By Amer Nahhas
[Amer is an Athletic Development Intern at Athletic Lab and a Health & Fitness Major at East Carolina University]
What is the “Core”?
The muscles that make up your core
In its most basic sense, your core consists of the muscles in your torso.
While core training is sometimes also referred to as ab or abdominal training, this is actually not entirely accurate. Abdominal exercises primarily work the rectus abdominus, external obliques, internal obliques, and transverse abdominus. Core work uses the abdominal muscles and also include the multifidus and rotatores stabilizer muscles, the erector spinae (both the length and the lateral portions), the latissimus dorsi, the gluteus maximus, the trapezius, and a handful of others.
The “core” refers to the muscles that are involved in holding the torso in position; the abdominal, lower back, and hip muscles involved in positioning the spine and pelvis. Pelvic stability is the ability of the trunk and pelvic muscles to keep the spine and pelvis in its optimal position during sporting activity. If these structures are kept in an optimal alignment then the muscles and joints of the lower limbs are able to function efficiently (Chat Williams, 2011). The muscles of the lumbo-pelvic hip complex play an important role in coordinating movement. In soccer, core strength not only can impact the athlete’s ability to move fast and change direction quickly, but is vital to the ability to win tackles. Core muscles are important for a soccer player as they serve a base for endurance (1), posture, strength, power, coordination, and reducing likelihood of injury. (1).
Endurance and Posture: The erector spinae (which literally means spine stiffener) and the stabilizer muscles determine posture and back strength. Having a strong back can help improve your endurance. After-all, if the athlete’s back is tired, chances are there will be a noticeable change in posture which can reduce mechanical efficiency. Furthermore, improved posture allows the athlete stand taller, allowing a better chance to head high balls. Finally, to a much lesser extent, enhanced posture can improve kicking efficiency, making shots and passes more effective and precise.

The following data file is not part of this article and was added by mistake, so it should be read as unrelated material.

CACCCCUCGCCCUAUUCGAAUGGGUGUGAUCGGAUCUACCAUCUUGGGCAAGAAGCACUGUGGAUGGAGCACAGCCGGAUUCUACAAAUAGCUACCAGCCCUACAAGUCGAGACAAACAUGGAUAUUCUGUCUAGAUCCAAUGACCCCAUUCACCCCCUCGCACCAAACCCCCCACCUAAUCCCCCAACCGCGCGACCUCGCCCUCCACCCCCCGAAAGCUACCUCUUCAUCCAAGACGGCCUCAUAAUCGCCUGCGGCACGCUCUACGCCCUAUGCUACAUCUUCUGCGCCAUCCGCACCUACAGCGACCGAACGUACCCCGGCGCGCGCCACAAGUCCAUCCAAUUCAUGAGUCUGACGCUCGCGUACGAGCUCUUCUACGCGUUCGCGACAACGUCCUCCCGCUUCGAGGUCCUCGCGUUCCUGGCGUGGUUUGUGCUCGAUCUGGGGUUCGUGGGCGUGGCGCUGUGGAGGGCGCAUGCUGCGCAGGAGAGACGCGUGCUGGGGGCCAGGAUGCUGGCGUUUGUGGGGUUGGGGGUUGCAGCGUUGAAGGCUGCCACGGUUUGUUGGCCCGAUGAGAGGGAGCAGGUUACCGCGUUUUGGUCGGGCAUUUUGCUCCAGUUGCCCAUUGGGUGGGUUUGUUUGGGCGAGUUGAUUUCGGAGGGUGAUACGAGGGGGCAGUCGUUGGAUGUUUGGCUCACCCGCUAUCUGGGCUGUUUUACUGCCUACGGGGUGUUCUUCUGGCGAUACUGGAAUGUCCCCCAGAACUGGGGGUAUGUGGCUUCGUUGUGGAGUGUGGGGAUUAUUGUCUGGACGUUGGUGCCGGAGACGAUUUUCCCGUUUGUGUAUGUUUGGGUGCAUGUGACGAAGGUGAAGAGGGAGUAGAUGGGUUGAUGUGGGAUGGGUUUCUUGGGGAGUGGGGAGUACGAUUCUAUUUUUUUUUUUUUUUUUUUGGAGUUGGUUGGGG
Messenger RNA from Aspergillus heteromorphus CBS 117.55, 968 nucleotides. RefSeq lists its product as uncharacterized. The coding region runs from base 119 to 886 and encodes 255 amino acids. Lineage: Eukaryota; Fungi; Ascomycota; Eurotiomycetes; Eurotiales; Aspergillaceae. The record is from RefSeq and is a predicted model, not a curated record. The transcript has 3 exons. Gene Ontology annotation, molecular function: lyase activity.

Strength and Power: Several core muscles assist in generating powerful, explosive movement. Whether it’s for fighting off an opposing player, or making that powerful kick to score, your core muscle play an important role.
Coordination: Core muscles aid in coordinating upper and lower body synchronous movement. This is important when volleying balls and even simply making the ball go where the player is intending.
Reducing Likelihood of Injury: A strong core is an essential part of overall strength and fitness which has obvious effects on reducing injury. The ilio-psoas muscles act as a messenger for the central nervous system. Other muscles of the core also support the spine which in turn improves spinal regulation of the nervous system. Strength in the hips and lower back can help prevent injuries to leg muscles which are the most predominantly injured in soccer.
There are several exercises associated with improving core performance (1). Your own body weight can be used to perform sit-ups, crunches, and many different exercises to help core strength and muscular endurance. However, kettlebells, barbells, dumbbells, medicine balls, etc. may be used to strengthen the core as well as prepare the core for powerful movements (1). These exercise can be very effective, but should be used in proper context.
Olympic lifts are great for the development of power, stability, and strength of the trunk. Even some static exercises, such as planks, can be useful, since the trunk’s main function in sport is to stabilize, not a flexor or extensor. (Romero-Franco, et al. 2012) Moreover, medicine ball throws can also be an effective training tool, especially for developing trunk power. An athlete can perform repetitions with heavier weighted balls, lighter weighted balls, and anything in between to create different training effects. (2)
Training the core to be stronger, more powerful, and more stable is very essential in soccer players and in athletes in general. Traditional crunches may help improve strength in the core, but it takes true planning, programming, and progression to produce a more powerful, stable, and efficient core; a core that is ready to meet the demands placed upon it when facing many different elements on and off the field.
Chat Williams, M. J. (2011). Core Training. NSCA’s Performance Training Journal volume 10(5) , 1-29.
Romero-Franco, N., Martínez-López, E., Lomas-Vega, R., Hita-Contreras, F., & Martínez-Amat, A. (2012). Effects of Proprioceptive Training Program on Core Stability and Center of Gravity Control in Sprinters. Journal of strenght and conditioning volume 26(8) , 2071–2077.